Ooo, it's a corker. If you've not fallen for Inner Song yet, do it now. Listen to it. Eat it. Bathe in it. Tattoo it on your face.
Previously, I've rather brashly compared Inner Song to Leftfield's Leftism, not because of its sound, but because of its eclectic approach to production. In the same way Leftfield embraced dub reggae shanties alongside hard house, Kelly Lee Owens' second album encompasses soulful vocals, wall-shaking club cuts, and every frequency inbetween. I have no doubt that if this album had been released in the mid-90s, it would have been a go-to coffee table album just like Leftism.
She uses this variation as structure. There's a pin-ball nature to the track listing, volleying between sugar soft vocals and aerobic techno workouts. It's like watching a tennis match between Betty Boop and Mr Motivator. And Owens nails every return because she's possibly the most talented producer in Britain at the moment.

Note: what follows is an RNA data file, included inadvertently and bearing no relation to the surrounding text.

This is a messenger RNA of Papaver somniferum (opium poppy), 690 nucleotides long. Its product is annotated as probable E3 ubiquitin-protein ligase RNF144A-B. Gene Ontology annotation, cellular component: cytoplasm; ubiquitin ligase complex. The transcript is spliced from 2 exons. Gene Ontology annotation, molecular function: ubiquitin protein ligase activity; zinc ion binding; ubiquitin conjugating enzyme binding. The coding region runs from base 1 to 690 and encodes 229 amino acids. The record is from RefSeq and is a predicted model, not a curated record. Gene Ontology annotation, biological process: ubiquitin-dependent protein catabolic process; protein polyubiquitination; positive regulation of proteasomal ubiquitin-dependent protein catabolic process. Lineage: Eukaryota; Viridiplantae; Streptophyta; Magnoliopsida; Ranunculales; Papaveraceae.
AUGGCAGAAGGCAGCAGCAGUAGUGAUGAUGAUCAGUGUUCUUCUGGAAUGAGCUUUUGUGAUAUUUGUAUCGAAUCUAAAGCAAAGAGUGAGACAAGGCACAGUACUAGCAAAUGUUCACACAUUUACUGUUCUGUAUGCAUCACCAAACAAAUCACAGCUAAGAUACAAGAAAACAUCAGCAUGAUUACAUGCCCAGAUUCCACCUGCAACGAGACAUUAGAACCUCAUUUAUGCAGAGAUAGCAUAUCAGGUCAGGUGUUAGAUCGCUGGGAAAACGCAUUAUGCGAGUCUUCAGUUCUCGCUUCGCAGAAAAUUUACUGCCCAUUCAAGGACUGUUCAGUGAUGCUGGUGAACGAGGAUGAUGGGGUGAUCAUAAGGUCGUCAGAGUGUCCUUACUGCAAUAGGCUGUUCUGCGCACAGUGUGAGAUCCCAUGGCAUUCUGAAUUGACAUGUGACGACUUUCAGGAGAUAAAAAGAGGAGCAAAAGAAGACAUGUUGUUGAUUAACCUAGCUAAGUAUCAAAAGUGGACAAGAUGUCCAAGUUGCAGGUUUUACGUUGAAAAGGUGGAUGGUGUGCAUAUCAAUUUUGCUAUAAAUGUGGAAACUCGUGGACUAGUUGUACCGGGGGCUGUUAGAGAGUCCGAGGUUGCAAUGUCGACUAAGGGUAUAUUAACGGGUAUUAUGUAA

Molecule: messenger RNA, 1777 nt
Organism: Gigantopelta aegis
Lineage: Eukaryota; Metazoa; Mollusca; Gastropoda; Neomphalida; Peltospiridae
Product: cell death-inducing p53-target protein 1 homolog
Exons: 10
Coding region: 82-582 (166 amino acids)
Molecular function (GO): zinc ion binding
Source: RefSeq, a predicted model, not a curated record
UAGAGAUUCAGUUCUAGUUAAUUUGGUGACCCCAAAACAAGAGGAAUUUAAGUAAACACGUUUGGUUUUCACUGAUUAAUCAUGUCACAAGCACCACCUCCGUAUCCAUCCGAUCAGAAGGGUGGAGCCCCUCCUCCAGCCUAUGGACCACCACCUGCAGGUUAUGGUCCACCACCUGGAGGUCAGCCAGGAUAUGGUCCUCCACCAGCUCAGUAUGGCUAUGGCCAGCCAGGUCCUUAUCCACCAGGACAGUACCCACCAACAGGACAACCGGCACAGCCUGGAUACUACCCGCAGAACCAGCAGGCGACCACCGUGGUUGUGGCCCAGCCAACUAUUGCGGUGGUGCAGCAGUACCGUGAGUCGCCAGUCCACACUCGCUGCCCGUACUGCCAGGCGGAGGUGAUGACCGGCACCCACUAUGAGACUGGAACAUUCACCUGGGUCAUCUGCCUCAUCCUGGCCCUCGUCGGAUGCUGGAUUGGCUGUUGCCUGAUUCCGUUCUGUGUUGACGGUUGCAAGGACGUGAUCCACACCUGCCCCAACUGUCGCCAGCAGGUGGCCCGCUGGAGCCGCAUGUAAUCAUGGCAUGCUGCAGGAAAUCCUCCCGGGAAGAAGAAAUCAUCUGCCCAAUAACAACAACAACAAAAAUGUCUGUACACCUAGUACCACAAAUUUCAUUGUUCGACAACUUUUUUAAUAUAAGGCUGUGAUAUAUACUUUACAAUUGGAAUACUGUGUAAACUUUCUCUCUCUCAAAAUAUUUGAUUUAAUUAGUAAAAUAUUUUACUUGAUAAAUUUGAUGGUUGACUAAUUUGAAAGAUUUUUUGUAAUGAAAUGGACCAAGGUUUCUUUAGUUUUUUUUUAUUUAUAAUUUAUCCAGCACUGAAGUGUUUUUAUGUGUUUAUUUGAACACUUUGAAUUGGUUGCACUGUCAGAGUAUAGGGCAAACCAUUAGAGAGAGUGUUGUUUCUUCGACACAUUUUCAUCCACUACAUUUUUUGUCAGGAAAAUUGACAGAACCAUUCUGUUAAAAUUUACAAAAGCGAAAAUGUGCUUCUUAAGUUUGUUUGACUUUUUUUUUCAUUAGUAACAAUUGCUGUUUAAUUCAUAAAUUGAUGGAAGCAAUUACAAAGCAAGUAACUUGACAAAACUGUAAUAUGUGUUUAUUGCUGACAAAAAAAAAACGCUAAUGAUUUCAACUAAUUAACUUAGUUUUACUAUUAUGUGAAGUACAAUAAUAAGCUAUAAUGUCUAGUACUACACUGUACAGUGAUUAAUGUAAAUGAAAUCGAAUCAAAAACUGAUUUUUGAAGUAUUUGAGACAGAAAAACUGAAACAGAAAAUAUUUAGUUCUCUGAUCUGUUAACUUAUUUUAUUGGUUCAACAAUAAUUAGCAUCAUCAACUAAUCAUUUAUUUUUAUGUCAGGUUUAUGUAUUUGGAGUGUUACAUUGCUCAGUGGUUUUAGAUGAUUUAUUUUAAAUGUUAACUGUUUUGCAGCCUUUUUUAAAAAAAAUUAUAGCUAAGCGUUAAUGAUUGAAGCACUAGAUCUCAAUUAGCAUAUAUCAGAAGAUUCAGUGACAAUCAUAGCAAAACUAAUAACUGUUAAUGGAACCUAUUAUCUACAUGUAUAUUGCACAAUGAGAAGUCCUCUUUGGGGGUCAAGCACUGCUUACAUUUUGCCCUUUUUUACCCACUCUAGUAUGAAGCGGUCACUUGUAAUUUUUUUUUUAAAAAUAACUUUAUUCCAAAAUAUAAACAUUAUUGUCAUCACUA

There are two headline moments on Inner Song. The first is her buzzy Radiohead cover Arpeggi. The second is her collaboration with fellow Welsh musician John Cale, whose druggy drawl on Corner Of My Sky was described by James Spearing at Picky B*stards as "the best thing anyone from the Velvet Underground has done since 1972".
On any other album, those two remarkable moments would be the things you remember the most. Not here. Everything else is so dang brilliant. The descending synth on Melt! The euphoria of Jeanette. The the cheeky bass drum nudging its way into On.
Whether it pounds or patters or pumps or purrs, each track has an, erm, inner song you'll want to play again and again.
Small print: please do not tattoo this album on your face.